Magic porthole

Books and Other Publications

Water and Sanitation Related Diseases and the Environment: Challenges, Interventions and Preventive Measures

Written by 59 authorities from various related specialties, this book presents the most the conditions responsible for water- and sanitation-related diseases, the pathogens and their biology, morbidity and mortality resulting from lack of safe water and sanitation, distribution of these diseases, and the conditions that must be met to reduce or eradicate them. Preventive measures and solutions are presented throughout.” Michele Barry, Jay Graham, Robert S. Lawrence, Lora E. Fleming, Julio Frenk, and Robert J. Wyman, are among its authors. Janine M. H. Selendy is Editor.

Young girls collecting water (East Hararghe, Ethiopia). Photograph by Jay Graham

As we write in the book: Meeting the need for safe water and sanitation coupled with protection of the environment and prevention of pollutants is essential to improve the health and living conditions of billions of people -- to diminish the incidence of diseases while improving education and economic well-being and elevating billions out of vicious cycles of poverty. 

Courtesy Dr. Lauren Gerson, Stanford University School of Medicine.

Children playing in pond in Bangladesh. Defecating in water is a frequent cause of disease transmission. Shigellosis, the archetype of a disease resulting from poor personal and environmental hygiene and sanitation, causes an estimated more than 1,000,000 deaths a year. It was the second most common cause of diarrhea among U.S. military personnel during the recent Iraq war. (Source: Michael L. Bennish and M. John Albert, “Shigellosis,” a chapter in "Water and Sanitation Related Diseases and the Environment: Challenges, Interventions and Preventive Measures, published by Wiley-Blackwell in collaboration with Horizon International)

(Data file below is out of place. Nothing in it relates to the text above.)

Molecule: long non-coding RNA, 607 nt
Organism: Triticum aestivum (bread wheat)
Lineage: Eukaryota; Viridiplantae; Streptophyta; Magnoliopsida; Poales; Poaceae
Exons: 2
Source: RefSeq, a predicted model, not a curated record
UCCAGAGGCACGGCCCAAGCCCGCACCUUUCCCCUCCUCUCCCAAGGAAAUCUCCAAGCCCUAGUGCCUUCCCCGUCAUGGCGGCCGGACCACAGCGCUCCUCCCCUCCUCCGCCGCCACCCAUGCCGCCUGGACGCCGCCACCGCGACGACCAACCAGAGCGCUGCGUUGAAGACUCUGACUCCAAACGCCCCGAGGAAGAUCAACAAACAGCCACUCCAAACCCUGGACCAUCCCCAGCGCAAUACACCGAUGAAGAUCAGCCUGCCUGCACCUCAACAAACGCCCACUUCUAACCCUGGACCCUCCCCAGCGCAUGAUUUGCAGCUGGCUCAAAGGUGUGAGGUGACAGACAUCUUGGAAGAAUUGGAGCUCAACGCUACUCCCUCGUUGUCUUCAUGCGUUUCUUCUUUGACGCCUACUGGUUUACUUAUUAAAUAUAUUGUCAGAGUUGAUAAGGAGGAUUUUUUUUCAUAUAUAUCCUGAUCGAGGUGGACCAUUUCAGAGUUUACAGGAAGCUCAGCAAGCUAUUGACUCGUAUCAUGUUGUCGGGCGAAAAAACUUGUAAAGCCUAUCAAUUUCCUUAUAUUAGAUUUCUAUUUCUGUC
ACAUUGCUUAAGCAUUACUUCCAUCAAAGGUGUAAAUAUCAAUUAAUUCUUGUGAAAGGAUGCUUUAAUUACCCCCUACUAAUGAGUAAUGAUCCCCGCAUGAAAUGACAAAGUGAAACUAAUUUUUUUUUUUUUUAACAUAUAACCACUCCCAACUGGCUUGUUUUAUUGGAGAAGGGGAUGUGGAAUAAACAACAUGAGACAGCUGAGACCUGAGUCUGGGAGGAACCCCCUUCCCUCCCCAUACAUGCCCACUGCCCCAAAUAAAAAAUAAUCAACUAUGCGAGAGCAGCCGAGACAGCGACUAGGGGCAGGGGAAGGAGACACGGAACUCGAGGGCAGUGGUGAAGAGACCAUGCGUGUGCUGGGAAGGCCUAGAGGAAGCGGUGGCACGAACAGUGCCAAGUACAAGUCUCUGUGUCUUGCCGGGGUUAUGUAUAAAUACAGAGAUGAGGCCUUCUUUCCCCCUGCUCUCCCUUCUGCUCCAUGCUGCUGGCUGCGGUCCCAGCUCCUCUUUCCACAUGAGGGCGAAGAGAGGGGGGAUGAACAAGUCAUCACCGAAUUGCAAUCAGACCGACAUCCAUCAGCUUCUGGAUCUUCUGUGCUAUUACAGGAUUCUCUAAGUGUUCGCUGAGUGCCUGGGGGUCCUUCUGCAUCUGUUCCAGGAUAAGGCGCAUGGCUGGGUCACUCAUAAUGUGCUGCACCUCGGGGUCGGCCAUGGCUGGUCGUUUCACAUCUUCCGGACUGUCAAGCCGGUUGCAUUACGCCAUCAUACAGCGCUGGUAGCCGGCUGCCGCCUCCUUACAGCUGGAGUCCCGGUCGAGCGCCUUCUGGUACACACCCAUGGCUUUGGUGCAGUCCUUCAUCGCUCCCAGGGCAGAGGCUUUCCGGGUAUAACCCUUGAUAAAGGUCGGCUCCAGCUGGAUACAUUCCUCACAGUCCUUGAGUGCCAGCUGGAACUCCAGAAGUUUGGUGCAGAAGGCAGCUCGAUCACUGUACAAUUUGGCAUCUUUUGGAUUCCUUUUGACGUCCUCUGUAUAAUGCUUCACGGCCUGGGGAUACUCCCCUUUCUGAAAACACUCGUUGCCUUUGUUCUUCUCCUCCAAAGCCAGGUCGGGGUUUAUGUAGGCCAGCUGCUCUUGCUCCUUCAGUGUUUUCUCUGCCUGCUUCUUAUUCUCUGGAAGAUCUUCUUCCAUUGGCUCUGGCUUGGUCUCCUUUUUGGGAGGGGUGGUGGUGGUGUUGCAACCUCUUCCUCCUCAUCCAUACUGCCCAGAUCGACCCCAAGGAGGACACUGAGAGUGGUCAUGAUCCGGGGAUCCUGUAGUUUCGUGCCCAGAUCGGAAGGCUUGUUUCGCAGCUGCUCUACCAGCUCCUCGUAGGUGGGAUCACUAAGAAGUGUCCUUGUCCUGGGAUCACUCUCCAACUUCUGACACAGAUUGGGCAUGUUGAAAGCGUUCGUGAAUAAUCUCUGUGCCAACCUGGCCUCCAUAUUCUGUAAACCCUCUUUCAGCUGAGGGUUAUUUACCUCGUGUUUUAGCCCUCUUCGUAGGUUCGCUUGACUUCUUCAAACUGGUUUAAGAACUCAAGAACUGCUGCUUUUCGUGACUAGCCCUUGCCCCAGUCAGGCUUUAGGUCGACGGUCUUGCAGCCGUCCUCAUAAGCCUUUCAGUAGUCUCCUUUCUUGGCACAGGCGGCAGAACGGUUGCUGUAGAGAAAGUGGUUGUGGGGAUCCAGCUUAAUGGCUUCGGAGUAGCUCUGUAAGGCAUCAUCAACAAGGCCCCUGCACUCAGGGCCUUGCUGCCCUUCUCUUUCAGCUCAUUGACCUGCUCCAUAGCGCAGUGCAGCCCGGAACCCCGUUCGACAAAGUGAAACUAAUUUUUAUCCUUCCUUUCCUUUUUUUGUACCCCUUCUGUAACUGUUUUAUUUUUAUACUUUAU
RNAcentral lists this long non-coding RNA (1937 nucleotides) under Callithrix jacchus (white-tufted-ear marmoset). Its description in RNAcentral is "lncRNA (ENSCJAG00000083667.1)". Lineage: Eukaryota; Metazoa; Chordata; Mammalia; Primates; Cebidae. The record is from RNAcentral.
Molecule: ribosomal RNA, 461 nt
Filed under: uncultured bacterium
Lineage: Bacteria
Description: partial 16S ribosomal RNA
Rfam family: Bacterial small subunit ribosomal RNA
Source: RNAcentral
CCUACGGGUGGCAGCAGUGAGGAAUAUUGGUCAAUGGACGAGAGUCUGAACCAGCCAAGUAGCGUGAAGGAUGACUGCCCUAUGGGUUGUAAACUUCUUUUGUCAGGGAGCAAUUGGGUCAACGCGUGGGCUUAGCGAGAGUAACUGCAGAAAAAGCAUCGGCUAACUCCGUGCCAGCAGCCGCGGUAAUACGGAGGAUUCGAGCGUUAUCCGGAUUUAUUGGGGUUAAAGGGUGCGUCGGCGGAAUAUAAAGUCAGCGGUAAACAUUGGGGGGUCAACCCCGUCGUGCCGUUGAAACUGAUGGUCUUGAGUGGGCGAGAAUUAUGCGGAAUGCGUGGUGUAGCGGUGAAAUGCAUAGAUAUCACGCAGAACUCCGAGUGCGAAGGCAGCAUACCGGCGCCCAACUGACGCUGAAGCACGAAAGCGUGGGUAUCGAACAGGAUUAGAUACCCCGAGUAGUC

Hookworm in intestine.

"Soil-transmitted helminths [parasitic worms] are among the most common human parasites globally. Over a billion people are infected with at least one of these worms, and many harbor infection with multiple species. It is thought that approximately a billion people are infected with Ascaris, about 800 million with Trichuris, and about 700 million with hookworm.” From the chapter “Soil-Transmitted Helminths: Ascaris, Trichuris, and Hookworm Infections,” by Brian G. Blackburn and Michelle Barry.

Pour-flush toilet in Thailand. Photograph by Jay Graham “The book is certainly an excellent resource for anyone interested in health in developing countries. Best wishes with the next steps on the supplementary material and all your efforts.” – Wafaie Fawzi, Richard Saltonstall Professor of Population Sciences, and Professor of Nutrition, Epidemiology, and Global Health, and Chair, Department of Global Health and Population, Harvard School of Public Health, 28 September 2012

Harbor seal mother and pup. Photograph by Cynthia Stroud

Popular versions of the book (for the very young, middle aged youth, and general older audiences), television program or series, new use of online education applications and other means of effectively sharing and building on the knowledge from our publication, are now being pursued.


The Sulabh twin-pit, pour-flush, compost toilet - a simple solution to achieve the Millennium Development Goal on Sanitation

In India, the Sulabh Organization has built more than 1.2 million two-pit pour-flush toilets that are eco-friendly, technologically appropriate, socio-culturally acceptable, and affordable.

Views of the Sulabh Toilet Complex in Pradesh, India

Sulabh Organization has built over 7,000 pay-for use public toilet complexes with bathrooms, lockers, and private toilets that treat wastewater, and produce biogas for agriculture and horticulture. Combined these facilities serve more than 10 million people daily.

Click on the map to enlarge.

"Global changes today will lead to continued changes in the geographic distribution of vectors and the diseases that they spread among humans, animals, and plants." Mary Wilson, M.D.

Water tanks in slum areas. Photograph by Felix Lam

The book’s DVDs were designed for use as teaching tools in classrooms and communities, by organizations, researchers and policy makers. They contain 16 videos and 4 short-clip videos. For example, videos on water treatment and safe storage, successful household-centered sanitation systems, measures to prevent water pollution, dengue, cholera, schistosomiasis and trachoma, and the successful effort leading to the eradication Guinea worm disease. They also contain 525 illustrations, tables, and maps from the text, chapter abstracts written specifically for the DVDs, and text content and images not found in the book.

The book’s DVD contents are described in the insert that accompanies the DVDs. It is available at this link.